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Tesi etd-11182018-183405

Thesis type
Tesi di laurea magistrale
Experimental evaluation of erythemal weighted solar irradiance for personal monitoring applications
Corso di studi
relatore Prof. Giulietti, Danilo
relatore Dott. Morelli, Marco
Parole chiave
  • diffuse irradiance angular distribution
  • transposition models
  • solar exposure
  • erythema
  • UV
  • ultraviolet
Data inizio appello
Data di rilascio
Riassunto analitico
The ultraviolet band (UV) of solar spectrum has a crucial impact on human health and
assessing personal UV exposure is essential for evaluation of the related risks and benefits for
public health outcomes and for epidemiological studies.
UV radiation is the main environmental non-genetic cause of skin cancer but, at the same
time, it triggers the mechanism of vitamin D3 production in the skin, which is an hormon associated with bones and immune system health. Overexposing, and resulting sunburns, translates
into an increased risk of a skin cancer development in later life. It’s also true that a low chronical UV exposure is linked to vitamin D3 deficiency or insufficiency, which is associated with
rickets, osteomalacia and osteoporosis. As a matter of facts a balanced exposure is appropriate
for getting an overall positive effect and the present work goes along with this approach. Indeed
it’s focused on skin cancers prevention through a controlled sun exposure attitude that will let
people benefit and avoid risks coming from natural UV radiation.
In the field of skin cancers prevention, it’s common practise considering the erythemal biological effectiveness of solar radiation spectrum. The Commission International de l’Eclairage (CIE),
collaborating with the International Organization for Standardization (ISO), provided a worlwide recognized erythema action spectrum; this action spectrum will be either mathematically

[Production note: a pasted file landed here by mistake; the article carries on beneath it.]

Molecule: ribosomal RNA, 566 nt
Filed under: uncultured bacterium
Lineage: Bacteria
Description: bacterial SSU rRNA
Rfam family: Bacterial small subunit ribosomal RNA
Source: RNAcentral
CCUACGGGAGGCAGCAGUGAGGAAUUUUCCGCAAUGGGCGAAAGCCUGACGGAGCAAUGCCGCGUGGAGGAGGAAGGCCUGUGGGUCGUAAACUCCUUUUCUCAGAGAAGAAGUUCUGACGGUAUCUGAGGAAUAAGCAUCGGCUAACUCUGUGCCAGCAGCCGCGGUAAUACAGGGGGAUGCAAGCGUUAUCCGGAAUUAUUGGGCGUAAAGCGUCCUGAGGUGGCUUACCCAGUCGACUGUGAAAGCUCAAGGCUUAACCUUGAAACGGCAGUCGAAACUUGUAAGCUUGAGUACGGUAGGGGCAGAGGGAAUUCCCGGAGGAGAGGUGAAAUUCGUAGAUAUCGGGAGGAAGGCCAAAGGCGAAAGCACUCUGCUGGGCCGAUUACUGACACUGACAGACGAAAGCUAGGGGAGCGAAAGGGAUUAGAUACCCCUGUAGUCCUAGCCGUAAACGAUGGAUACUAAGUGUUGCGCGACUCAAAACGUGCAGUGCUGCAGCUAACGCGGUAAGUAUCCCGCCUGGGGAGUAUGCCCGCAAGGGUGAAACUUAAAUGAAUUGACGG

or physically applied to measurements taken throughout this work.
Obtaining real time personal UV exposure is a great challenge because of two main reasons:
1) the intensity and spectral composition of UV radiation is time and space dependent and 2) the
human body on which UV radiation is incident is made up by surfaces differently oriented towards
the Sun. The company SiHealth exploits satellite data in order to fulfill the first point while the
present work will uniquely deal with the second issue, whose difficulty relies on modelling diffuse
UV radiation angular distribution over the sky dome.
The diffuse radiation is defined as the part of radiation that reaches Earth ground as a
result of being scattered by particles in the atmosphere. Therefore, restricting to UV range and
taking into account Rayleigh scattering, whose cross section has a dependance of ∼ λ−4, the
diffuse component is a relevant fraction of UV total radiation. For example in Harwell campus,
UK (which is the place where experiments were undertaken) the ratio of diffuse to total UV
radiation observed during this work over various metereological conditions was at least 45%.
In the past years few models describing diffuse angular distribution over the sky dome were
developed for energy applications and so they were meant to be applied to the entire solar
spectrum. In the present work a selection of these models will be applied only to UV range
in order to retrieve how they perform in this spectral band over mixed sky conditions. The
principal assumption made is that, knowing at any given time and location total and diffuse
horizontal irradiance, it’s possibile to obtain irradiance incident on tilted surfaces differently
oriented (which simulate the different orientations of human body surfaces). As a results of that,
all these models have as inputs, other than Sun locating angles, measured global and diffuse
horizontal irradiances.
Ground-based measurements of erythemal weighted irradiance were simultaneously taken
on 8 different spatial orientations in order to provide experimental data of irradiance angular
distribution. These values will be compared with those obtained by the models on the same
orientations and at the same time. Building this experimental dataset is the result of 6 months
of collaboration with the Laser and Optical Radiation Dosimetry Group of the Public Health
England (PHE) Centre for Radiation, Chemical and Environmental Hazards located in Harwell
Campus, Oxfordshire, UK. PHE provided instruments, facilities and experience to take experimental measurements over Spring and Summer 2018. In summary the present work includes:
calibrating different instruments and monitoring their performances, taking measurements of erythemal weighted irradiance on different orientations, getting models’ inputs, retrieving related
outputs and performing data analysis comparing experimental and modelled values.